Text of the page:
Families facing worry due to ‘disjointed school system’ on National Offer Day, says NAHT

Today (16 April) is National Primary School Offer Day, and parents across the country have been finding out which schools their children have been allocated to in September. 

The government said they want parents to feel reassured when it comes to getting one of their top primary school choices that 92.5% of families received an offer from their first choice in 2023.

However, school leaders’ union NAHT said that without a national strategy from the government, families will continue to face worry on this day.

Paul Whiteman, general secretary of the NAHT, said: “Choosing a school is a significant milestone for families. It’s a pivotal moment in a child’s life. While many parents will be happy to have found out that they have got their first choice, sadly, that won’t be the case for all.

“It remains the case that our disjointed school system continues to cause issues when it comes to school places.

“Local authorities are tasked with ensuring enough school places, but they don’t have the necessary powers commensurate with that responsibility.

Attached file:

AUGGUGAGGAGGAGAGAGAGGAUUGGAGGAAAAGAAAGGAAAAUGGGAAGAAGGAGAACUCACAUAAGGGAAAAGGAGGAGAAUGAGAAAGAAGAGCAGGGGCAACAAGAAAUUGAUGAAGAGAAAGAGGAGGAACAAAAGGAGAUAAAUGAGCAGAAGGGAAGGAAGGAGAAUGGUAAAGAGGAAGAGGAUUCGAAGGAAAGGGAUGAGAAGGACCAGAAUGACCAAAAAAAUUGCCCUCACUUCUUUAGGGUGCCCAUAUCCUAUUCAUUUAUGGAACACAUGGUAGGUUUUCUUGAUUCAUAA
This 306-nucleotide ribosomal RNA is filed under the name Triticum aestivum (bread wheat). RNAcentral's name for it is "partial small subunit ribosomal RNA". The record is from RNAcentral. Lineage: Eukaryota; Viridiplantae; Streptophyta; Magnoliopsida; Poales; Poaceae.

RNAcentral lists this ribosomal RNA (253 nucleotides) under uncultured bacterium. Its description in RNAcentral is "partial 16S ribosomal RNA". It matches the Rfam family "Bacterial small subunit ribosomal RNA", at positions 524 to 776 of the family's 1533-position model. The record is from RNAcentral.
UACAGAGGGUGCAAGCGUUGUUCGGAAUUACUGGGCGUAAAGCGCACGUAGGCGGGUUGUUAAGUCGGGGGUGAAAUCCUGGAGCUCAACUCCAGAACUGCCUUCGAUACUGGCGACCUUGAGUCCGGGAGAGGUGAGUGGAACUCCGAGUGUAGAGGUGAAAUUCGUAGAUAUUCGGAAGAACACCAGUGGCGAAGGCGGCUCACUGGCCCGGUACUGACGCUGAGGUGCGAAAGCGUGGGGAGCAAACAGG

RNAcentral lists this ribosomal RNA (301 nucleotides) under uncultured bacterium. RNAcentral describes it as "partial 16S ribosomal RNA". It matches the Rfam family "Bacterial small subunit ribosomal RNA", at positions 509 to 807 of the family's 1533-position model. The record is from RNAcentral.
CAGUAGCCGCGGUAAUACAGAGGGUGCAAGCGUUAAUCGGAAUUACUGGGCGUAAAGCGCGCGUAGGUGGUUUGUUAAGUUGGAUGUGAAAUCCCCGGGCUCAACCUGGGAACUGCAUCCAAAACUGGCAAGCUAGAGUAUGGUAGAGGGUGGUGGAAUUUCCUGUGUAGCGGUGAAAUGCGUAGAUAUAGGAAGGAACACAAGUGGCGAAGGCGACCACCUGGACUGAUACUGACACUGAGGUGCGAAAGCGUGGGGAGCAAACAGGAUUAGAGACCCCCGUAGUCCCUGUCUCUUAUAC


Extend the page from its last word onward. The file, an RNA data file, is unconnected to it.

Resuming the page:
“The result is an incoherent planning process where tight budgets are wasted, and decisions are made in silos, with new schools established in places where they aren’t so urgently needed.

“Until the government steps in with a national strategy to ensure there are appropriate places for every child, families will face worry, and an unfair postcode lottery.”

Decisions are sent by the local council by letter or email, and some councils allow parents to view their results through the admissions portal or system.

All schools have admission criteria to decide which children get places, and this criteria is set by the schools themselves or the local council.

The government said that while all state-funds schools must give top priority to admitting children who are in care or have been in care, admission criteria is different for each school.

Some criteria may include students who:

– Live close to the school

– Have a sibling at the school already

– Are from a particular religion (for faith schools)

– Are eligible for the pupil premium

Parents can appeal if they are not offered their first-choice decision for a primary school, but are recommended by the government to accept an offer their child did receive so they have a school place if the appeal is unsuccessful.

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